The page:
Smoking is known as a negative predictor for the EGFR mutation. In a meta-analysis of 26 studies including 3,688 NSCLC patients, Ren et al. confirmed that non-smokers were associated with a significantly higher EGFR mutation rate [16]. Pham et al. further analyzed the influence of smoking in terms of pack- and smoke-free years on the prevalence of EGFR mutation, and found that the EGFR mutation rate was similar between non-smokers and patients who had smoked < 15 pack-years or those who had already quit smoking over the long-term [17]. In addition to smoking, both ethnicity and histology influenced the EGFR mutation rate [18]. Previous studies comprised patients with different ethnicities and histology, which may have led to different results. In the present study, we found that the EGFR mutation rate was significantly lower in smokers, even in those who had smoked for < 15 pack-years or those who had already quit smoking for > 15 years. Moreover, patients who had started smoking at a younger age also had a lower EGFR mutation rate.

The OS duration within our cohort was 16.0 months, which was longer than those of other nationwide studies [6, 11, 19]. This may be due to the inclusion of patients with pure adenocarcinoma, a greater number of non-smokers, a higher EGFR mutation rate among the Taiwanese patients, and the integration of EGFR-TKI treatment. In contrast, the OS duration of EGFR-wild type patients was 9.6 months, which was similar to the results of studies conducted prior to the EGFR-targeted therapy era. In the present study, smoking was associated with a worse OS in both EGFR-mutant and EGFR-wild type patients, and the survival duration of patients was inversely related to their levels of smoking. Moreover, we found a positive correlation between smoke-free years and outcomes, which could serve as valuable evidence for the recommendation of cigarette abstinence.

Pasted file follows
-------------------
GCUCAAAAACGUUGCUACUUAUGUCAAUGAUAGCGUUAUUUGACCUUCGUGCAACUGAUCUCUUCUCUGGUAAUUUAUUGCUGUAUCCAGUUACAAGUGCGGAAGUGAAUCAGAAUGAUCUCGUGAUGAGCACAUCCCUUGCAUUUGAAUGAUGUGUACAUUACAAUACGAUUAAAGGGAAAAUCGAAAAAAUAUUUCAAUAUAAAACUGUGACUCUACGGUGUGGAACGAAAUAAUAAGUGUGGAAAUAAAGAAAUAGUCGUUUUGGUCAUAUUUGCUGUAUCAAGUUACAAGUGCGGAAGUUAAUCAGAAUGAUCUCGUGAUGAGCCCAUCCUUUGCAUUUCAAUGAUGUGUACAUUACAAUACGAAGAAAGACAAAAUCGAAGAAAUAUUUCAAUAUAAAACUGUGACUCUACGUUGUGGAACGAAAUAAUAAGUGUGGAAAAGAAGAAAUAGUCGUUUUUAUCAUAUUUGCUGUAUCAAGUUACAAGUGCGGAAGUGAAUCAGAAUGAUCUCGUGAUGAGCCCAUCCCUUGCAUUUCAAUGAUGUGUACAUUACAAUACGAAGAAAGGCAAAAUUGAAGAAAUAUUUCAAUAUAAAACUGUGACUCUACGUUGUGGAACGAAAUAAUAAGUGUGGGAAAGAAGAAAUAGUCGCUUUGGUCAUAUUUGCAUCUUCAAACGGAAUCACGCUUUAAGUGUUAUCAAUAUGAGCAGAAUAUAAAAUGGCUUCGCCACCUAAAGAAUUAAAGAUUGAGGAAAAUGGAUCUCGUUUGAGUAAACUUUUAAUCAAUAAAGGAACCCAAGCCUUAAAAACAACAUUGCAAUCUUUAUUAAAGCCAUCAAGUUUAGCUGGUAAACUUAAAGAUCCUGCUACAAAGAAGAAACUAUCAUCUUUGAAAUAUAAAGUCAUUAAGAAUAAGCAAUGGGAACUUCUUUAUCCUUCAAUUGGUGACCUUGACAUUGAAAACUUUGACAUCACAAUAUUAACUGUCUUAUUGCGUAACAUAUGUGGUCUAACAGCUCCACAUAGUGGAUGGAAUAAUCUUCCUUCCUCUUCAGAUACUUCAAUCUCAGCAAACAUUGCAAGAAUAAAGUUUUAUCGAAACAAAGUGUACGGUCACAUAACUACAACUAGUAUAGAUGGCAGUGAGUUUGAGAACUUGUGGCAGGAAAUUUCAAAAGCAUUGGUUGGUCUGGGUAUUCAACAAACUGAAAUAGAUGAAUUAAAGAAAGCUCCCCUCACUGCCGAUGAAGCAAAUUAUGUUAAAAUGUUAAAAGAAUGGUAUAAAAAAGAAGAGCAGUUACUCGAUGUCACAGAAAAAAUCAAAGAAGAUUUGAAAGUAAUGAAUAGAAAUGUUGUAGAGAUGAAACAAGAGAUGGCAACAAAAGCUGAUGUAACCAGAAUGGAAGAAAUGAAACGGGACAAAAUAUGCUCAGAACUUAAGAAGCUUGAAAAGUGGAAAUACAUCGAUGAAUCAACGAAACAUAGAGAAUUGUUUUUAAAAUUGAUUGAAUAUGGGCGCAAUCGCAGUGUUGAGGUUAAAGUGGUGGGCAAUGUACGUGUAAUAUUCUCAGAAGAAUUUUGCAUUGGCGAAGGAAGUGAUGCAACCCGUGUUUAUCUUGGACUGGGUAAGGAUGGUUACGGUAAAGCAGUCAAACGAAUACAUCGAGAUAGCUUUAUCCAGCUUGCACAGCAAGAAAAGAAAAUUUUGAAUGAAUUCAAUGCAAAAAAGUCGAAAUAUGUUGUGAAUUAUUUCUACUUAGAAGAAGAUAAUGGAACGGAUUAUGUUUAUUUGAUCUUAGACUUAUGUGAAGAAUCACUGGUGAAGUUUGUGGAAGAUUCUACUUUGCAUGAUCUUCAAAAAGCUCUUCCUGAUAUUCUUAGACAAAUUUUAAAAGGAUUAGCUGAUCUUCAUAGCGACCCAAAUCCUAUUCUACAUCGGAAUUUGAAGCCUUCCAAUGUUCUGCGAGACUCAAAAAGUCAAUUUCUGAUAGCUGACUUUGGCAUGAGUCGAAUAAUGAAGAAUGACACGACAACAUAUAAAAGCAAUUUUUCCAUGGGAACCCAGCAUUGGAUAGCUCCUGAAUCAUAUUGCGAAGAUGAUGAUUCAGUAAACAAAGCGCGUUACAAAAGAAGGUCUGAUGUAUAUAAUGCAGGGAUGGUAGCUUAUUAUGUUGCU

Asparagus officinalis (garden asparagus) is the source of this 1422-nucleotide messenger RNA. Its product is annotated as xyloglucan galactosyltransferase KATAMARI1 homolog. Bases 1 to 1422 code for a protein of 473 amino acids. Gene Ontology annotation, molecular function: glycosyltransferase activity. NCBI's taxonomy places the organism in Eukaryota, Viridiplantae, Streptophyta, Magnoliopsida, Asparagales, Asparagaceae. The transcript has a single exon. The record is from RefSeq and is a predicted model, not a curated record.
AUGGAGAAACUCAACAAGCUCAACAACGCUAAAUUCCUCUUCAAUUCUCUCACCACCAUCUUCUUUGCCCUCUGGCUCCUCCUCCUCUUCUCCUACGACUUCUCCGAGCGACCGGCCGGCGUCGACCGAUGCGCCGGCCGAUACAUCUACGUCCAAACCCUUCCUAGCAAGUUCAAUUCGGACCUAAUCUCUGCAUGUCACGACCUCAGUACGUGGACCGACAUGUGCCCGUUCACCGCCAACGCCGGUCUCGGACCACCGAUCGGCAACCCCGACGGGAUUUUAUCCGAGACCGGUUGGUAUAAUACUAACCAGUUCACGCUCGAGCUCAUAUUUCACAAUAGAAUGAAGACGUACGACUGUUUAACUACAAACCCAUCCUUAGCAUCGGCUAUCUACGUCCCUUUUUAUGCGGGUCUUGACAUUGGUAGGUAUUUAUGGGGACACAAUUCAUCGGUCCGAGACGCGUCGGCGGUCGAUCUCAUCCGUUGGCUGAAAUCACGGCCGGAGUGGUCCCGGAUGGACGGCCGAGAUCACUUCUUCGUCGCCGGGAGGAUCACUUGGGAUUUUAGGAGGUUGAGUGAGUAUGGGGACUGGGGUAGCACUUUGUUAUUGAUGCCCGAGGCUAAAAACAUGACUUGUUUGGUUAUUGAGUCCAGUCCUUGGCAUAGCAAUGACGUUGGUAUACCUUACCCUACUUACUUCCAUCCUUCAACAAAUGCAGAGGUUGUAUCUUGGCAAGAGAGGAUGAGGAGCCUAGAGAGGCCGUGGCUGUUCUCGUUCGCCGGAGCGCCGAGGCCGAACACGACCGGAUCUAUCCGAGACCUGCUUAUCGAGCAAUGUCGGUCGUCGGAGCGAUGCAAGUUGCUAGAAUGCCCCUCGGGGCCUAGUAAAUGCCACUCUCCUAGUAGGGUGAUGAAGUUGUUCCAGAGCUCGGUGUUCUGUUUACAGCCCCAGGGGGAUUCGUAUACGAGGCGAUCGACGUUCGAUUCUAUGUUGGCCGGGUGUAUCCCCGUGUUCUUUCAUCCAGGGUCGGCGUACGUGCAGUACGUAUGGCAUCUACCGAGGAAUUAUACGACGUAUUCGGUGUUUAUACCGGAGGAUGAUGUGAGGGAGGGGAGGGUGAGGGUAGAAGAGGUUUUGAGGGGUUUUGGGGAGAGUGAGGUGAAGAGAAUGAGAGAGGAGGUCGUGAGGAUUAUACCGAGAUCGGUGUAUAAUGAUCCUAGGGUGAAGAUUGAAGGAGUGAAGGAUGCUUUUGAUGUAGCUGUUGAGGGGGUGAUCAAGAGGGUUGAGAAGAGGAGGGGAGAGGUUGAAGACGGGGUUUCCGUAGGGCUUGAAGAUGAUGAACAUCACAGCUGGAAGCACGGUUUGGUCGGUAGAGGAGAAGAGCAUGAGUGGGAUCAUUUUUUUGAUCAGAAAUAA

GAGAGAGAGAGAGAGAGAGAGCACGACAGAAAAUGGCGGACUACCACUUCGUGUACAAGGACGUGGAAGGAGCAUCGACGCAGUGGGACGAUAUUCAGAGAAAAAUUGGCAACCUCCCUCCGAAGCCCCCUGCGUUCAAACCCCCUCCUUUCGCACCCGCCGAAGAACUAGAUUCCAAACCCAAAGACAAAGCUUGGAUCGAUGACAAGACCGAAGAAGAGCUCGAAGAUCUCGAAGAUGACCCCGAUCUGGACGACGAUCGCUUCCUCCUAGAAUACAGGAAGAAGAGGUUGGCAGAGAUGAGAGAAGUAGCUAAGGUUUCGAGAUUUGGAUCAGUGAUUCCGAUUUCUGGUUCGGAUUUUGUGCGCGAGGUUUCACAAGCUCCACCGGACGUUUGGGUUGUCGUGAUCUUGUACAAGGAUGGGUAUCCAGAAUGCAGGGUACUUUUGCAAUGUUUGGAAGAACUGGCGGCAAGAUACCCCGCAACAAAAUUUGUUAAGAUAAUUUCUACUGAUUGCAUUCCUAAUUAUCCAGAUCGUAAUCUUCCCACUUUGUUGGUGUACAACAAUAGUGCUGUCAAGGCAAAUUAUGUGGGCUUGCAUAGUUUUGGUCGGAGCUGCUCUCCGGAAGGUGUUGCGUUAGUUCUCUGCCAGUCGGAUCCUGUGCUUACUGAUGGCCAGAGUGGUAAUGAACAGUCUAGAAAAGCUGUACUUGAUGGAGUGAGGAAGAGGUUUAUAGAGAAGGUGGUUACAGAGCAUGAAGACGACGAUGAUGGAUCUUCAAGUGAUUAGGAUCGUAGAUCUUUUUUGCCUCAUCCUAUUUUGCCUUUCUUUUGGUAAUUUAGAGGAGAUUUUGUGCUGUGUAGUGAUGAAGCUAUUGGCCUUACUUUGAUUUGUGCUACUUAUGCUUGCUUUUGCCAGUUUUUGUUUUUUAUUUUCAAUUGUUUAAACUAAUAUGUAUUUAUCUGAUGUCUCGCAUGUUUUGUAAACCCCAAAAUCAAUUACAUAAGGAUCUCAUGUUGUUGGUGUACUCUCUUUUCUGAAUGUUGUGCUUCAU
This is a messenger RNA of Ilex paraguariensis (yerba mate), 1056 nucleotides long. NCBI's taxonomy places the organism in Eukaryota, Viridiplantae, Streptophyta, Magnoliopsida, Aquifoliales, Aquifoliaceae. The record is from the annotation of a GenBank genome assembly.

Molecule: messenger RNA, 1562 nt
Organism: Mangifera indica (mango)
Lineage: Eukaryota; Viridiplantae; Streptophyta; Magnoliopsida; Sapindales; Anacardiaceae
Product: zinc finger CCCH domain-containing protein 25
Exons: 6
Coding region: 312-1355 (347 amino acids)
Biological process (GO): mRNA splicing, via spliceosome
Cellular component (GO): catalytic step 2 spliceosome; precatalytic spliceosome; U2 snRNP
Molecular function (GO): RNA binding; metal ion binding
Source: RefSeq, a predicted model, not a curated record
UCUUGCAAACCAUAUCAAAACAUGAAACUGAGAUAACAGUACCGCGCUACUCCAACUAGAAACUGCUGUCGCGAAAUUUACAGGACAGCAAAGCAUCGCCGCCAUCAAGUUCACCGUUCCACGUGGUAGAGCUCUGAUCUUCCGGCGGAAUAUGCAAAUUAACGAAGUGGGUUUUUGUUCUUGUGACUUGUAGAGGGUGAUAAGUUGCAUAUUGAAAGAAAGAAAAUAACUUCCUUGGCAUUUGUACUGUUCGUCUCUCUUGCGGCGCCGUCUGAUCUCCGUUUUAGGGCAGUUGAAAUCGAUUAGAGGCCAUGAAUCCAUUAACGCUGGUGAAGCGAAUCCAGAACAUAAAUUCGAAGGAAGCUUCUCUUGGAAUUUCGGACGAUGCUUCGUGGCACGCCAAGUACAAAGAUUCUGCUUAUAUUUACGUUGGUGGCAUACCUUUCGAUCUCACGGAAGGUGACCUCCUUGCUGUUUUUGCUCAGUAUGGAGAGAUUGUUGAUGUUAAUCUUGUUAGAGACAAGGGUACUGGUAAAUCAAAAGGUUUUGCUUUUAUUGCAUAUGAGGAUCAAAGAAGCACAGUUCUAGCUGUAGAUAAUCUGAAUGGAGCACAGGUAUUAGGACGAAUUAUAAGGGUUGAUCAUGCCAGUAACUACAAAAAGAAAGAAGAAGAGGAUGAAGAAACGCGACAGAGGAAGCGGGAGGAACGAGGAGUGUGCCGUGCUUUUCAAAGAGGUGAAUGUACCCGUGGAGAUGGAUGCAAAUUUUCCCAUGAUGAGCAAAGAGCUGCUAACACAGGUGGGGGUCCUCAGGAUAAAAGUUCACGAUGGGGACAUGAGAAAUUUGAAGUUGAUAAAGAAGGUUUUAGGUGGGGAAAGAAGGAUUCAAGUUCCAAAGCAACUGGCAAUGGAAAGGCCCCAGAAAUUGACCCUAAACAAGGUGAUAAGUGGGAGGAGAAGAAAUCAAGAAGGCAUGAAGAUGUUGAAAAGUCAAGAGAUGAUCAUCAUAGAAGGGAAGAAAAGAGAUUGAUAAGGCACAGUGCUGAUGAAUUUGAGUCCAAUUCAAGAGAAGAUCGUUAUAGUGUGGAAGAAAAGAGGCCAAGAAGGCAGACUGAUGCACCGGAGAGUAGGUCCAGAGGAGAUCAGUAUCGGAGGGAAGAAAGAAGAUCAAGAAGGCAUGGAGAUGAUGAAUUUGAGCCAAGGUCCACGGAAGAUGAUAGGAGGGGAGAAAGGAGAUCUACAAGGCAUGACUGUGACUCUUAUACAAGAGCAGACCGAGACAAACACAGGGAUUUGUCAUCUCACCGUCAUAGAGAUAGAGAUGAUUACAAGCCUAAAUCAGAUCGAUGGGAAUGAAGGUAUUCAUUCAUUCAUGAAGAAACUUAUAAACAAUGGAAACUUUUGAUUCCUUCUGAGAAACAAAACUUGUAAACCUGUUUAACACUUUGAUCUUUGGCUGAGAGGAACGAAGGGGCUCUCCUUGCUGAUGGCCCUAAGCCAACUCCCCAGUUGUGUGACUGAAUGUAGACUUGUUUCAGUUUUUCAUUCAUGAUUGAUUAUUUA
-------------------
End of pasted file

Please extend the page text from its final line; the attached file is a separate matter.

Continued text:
Large scale screening of oncogenic drivers of lung cancer has shown that patients with actionable genetic alterations would experience a better outcome [20, 21]. EGFR mutation is the most common oncogenic driver in Asian NSCLC patients [4, 22]. In Taiwan, the detection of EGFR mutations in advanced lung adenocarcinoma patients has become a routine procedure. Moreover, the National Health Insurance Administration has been reimbursing advanced EGFR-mutant lung adenocarcinoma patients receiving EGFR-TKI as the first-line of treatment since 2011; hence, every EGFR-mutant patient in the present study had an equal chance to receive EGFR-targeted therapy. Previous studies have identified smoking as a predictor of shorter progression-free survival among EGFR-mutant patients receiving EGFR-TKI, although its impact on OS was not consistent [2325]. We found that smoking negatively affected OS in EGFR-mutant patients in a dose-dependent manner, despite the use of highly effective EGFR-TKI. As cigarette smoking negatively affected the outcomes to a greater extent in the EGFR-wild type population, we suggest that the lower mutation burden in EGFR-mutant tumors [26] and the high efficacy of EGFR-TKI might at least in part attenuate the negative effects of smoking among EGFR-mutant patients.